He notices the conditions around us, making two conclusions. First, prosperity is not always good. As the Old Testament scholar Dr. Walter Kaiser observes, “God has deliberately isolated the gift of the goods themselves from the gift of the power to be able to enjoy those same gifts.” Prosperity does not bring happiness without the gift of the power to enjoy such gifts. Second, adversity is not always bad. There are two kinds of people in this world: those who see difficulties in every opportunity and those who see opportunities in every difficulty. Often times our character is strengthened and wisdom is gained as we work through difficult circumstances.
Having fun under the sun: through God (8:16 – 12:14)
Here again, Solomon underlines the theme of the book. In spite of life’s mysteries, you can have happiness by sitting down with someone else and enjoying a good meal. We could also title this, “Having fun with your hon under the sun.” Solomon tells us that we can have fun by sharing life with someone else. Don’t put a pickle in your mouth, corrugate your eyebrows, and put one foot on a banana peel and the other one in the grave – that’s not the sign of a Christian.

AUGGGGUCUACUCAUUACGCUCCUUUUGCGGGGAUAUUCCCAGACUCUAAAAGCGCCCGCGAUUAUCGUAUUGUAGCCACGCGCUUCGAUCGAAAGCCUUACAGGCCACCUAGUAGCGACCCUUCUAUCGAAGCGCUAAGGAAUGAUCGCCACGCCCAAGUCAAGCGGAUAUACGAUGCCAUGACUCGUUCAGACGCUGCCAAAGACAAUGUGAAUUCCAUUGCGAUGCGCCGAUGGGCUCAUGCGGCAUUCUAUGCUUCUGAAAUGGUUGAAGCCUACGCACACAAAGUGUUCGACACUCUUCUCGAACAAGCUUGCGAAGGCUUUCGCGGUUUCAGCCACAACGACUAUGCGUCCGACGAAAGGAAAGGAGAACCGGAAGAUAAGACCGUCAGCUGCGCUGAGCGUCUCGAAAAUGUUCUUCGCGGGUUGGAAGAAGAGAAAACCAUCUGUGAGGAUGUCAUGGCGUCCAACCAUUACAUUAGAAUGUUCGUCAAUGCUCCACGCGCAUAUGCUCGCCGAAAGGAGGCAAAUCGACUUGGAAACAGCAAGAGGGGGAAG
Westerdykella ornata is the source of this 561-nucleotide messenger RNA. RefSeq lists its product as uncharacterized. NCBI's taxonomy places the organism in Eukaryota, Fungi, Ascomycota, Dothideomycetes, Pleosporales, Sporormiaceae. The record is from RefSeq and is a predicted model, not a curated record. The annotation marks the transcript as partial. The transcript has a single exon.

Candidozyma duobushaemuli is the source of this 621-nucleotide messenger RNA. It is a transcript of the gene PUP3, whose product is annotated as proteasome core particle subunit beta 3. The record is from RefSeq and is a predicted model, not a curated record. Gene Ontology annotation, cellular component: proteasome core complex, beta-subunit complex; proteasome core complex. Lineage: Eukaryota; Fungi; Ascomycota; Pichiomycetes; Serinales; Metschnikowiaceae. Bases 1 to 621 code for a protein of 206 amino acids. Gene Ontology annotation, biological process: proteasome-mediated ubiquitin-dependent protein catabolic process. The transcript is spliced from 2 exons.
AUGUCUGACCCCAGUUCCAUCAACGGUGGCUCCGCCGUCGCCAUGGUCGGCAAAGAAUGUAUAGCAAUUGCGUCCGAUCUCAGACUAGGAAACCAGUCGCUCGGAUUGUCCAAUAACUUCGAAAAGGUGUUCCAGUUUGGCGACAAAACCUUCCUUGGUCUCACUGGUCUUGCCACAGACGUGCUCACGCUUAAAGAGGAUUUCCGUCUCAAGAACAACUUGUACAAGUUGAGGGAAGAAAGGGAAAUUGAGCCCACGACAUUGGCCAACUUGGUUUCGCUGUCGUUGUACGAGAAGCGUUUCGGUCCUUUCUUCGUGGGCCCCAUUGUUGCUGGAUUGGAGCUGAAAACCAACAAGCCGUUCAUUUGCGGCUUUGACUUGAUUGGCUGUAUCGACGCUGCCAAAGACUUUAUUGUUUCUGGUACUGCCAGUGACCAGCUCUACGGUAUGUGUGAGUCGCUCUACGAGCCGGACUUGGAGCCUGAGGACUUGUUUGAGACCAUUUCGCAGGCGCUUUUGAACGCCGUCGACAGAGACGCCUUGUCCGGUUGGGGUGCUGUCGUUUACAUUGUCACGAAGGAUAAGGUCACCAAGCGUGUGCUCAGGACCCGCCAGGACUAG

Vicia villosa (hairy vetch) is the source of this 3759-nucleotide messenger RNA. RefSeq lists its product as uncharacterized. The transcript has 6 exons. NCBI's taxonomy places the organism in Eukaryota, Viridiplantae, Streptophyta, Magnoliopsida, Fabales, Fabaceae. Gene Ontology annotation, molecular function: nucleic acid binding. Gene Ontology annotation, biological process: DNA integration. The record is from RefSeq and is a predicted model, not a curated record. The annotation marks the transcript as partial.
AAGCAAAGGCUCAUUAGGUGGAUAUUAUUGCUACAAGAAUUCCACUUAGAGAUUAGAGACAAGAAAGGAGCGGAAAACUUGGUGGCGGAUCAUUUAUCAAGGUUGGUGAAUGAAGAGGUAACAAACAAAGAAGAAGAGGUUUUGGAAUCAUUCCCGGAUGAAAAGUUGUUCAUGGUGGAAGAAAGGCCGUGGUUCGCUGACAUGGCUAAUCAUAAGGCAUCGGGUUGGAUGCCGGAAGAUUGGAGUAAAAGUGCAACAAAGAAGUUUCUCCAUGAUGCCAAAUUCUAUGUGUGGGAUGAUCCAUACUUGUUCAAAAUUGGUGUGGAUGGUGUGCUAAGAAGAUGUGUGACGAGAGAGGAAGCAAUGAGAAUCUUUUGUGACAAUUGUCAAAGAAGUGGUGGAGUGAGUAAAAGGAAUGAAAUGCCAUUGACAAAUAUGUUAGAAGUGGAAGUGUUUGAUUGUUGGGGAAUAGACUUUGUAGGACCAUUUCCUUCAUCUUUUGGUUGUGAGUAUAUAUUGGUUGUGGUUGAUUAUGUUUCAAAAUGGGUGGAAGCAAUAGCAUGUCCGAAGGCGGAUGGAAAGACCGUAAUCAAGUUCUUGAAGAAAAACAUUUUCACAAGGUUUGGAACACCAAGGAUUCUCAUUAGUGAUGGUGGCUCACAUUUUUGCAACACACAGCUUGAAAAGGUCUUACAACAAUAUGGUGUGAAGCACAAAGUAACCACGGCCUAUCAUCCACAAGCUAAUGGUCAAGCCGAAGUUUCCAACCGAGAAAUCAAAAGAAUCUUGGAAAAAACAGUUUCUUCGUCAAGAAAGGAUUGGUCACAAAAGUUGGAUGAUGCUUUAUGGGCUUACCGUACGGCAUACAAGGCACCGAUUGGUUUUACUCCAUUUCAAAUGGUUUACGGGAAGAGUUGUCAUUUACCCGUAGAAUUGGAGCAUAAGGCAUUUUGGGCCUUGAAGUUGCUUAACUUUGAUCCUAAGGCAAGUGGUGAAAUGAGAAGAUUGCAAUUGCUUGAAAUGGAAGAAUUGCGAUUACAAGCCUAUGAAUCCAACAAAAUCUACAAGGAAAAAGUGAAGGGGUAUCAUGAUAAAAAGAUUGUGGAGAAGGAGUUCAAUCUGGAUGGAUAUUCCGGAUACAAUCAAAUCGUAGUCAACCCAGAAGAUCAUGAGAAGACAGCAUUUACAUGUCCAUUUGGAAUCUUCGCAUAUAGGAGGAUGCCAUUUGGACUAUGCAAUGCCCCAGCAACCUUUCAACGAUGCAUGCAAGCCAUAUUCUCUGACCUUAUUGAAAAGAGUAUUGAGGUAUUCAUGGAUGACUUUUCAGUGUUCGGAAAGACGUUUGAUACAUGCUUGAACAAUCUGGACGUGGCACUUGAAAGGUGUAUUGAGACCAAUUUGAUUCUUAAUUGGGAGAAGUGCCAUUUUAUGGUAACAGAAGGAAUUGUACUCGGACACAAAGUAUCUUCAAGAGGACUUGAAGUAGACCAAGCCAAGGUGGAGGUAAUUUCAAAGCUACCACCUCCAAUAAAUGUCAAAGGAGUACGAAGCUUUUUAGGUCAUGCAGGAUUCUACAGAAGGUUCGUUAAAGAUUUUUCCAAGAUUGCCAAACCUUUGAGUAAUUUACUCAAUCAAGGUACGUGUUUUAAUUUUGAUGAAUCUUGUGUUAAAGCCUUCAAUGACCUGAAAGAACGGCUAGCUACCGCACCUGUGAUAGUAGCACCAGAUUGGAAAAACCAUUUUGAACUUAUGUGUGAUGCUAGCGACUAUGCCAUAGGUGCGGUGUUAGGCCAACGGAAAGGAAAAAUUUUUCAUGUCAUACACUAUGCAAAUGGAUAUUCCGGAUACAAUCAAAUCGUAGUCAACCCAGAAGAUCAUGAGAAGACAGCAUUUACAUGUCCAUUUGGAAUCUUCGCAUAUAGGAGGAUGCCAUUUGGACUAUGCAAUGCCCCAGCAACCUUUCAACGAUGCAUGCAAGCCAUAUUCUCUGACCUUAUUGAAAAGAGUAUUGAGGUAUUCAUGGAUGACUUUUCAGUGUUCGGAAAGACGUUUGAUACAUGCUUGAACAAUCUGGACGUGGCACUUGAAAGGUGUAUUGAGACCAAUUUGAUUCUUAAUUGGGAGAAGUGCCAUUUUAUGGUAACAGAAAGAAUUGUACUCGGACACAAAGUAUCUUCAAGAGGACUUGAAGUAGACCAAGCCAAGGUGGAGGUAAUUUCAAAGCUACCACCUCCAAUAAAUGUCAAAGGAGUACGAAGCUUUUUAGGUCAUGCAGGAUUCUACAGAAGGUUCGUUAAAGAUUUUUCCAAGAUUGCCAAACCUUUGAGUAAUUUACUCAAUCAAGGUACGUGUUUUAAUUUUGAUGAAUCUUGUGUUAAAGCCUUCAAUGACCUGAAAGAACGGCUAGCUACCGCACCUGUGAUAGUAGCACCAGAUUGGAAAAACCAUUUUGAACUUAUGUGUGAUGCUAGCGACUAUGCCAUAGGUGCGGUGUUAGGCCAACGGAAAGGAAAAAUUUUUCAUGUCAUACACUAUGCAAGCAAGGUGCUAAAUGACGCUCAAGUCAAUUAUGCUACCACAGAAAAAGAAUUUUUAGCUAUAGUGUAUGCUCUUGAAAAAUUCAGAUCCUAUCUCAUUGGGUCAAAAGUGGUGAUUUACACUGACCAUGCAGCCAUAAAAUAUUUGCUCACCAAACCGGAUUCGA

A popular topic in the church is how to discover one’s spiritual gift. Solomon writes, “Whatever your hand finds to do, do it with your might…" (9:10a). This is one of the best verses in the Bible that describes what is meant by a spiritual gift. If you haven’t identified the name of your spiritual gift, don’t worry. All you have to do is this – whatever your hand finds to do, do it with all your heart and you will automatically be doing your spiritual gift!
There are seven occasions in the book where the Preacher implores his readers to enjoy life. In 11:9, he begins, “Rejoice, O young man, in your youth…” then concludes with a sobering reminder, “But know that for all these things God will bring you into judgment.” Pleasure is the joyous gift of a gracious God to be used in thankfulness and good stewardship for Him. In 2 Corinthians 5:10, Paul reminds us that we will stand before the judgment seat of God one day. We will give an account to Christ about whether we enjoyed what God gave us to enjoy. I believe God is going to hold us to account not only for the misuse of pleasures, but also for the joys we missed."